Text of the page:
ECB faces dilemma as inflationary pressures remain at high levels

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Jeremy Cunningham, Investment Director, Fixed Income at Capital Group| The European Central Bank (ECB) will face an even more challenging policy environment in 2023. Core inflation appears to have already peaked in the major European economies and should continue to fall as the effects of last year’s sharp increases in energy prices fade. However, underlying inflationary pressures are rising. Higher energy prices are being passed through to a wide range of products; companies are optimistic about their ability to raise prices, given pent-up consumer demand; fiscal policy has capped energy prices and is boosting non-energy demand; and labour markets are tight. On the other hand, the backward-looking nature of the euro area’s multi-year wage-setting mechanism could cause wage inflation to accelerate to levels above those required to meet the ECB’s 2 per cent inflation target.

However, there are also important disinflationary factors, such as the removal of bottlenecks in supply chains, the sharp decline in money supply growth and the reduction in consumer inflation expectations. On the other hand, the collapse of SVB and the problems at Credit Suisse have led to high financial market volatility, which has disinflationary effects and could put a brake on the monetary policy tightening cycle.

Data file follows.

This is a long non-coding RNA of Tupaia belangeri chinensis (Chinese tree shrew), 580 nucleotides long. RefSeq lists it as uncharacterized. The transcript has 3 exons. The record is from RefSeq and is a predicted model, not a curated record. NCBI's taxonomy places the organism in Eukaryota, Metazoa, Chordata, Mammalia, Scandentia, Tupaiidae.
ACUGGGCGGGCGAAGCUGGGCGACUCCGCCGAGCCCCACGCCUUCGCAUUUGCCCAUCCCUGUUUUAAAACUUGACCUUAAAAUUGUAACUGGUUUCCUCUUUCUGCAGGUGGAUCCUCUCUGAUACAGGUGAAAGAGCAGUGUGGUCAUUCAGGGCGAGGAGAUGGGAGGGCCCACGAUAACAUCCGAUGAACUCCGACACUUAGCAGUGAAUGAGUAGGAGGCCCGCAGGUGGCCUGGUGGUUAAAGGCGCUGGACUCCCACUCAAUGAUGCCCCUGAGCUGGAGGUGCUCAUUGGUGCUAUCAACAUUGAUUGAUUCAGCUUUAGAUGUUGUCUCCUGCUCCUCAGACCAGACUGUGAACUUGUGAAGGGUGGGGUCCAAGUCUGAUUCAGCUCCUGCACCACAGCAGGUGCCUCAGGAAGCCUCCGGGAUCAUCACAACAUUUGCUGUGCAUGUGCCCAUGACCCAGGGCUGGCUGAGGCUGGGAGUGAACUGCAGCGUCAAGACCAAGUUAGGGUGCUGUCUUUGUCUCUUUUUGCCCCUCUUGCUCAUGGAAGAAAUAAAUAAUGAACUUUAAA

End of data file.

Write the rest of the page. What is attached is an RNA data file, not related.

It remains to be seen how fast the ECB can initiate a rate-cutting cycle, although the ECB has different tools at its disposal to deal with financial instability and high levels of inflation. The ECB could reactivate its long-term refinancing operations programme (LTRO/TLTRO) to provide banks with multi-year loans at reduced interest rates. It could also choose to discontinue the quantitative tightening programme. These measures would boost liquidity and market confidence before starting to cut interest rates.

We continue to position for a further tightening of financial conditions, with duration increasing at current levels and an underweight exposure to sovereign spreads, such as Italian sovereign debt, which remains vulnerable, given its high level of issuance and significant exposure to domestic sovereign debt in the banking sector. This could lead to a widening of spreads in periods of risk aversion. However, to hedge against the risk of the ECB deciding to take further action to combat inflation, we favour positions that point to a steepening of the yield curve.

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The Corner
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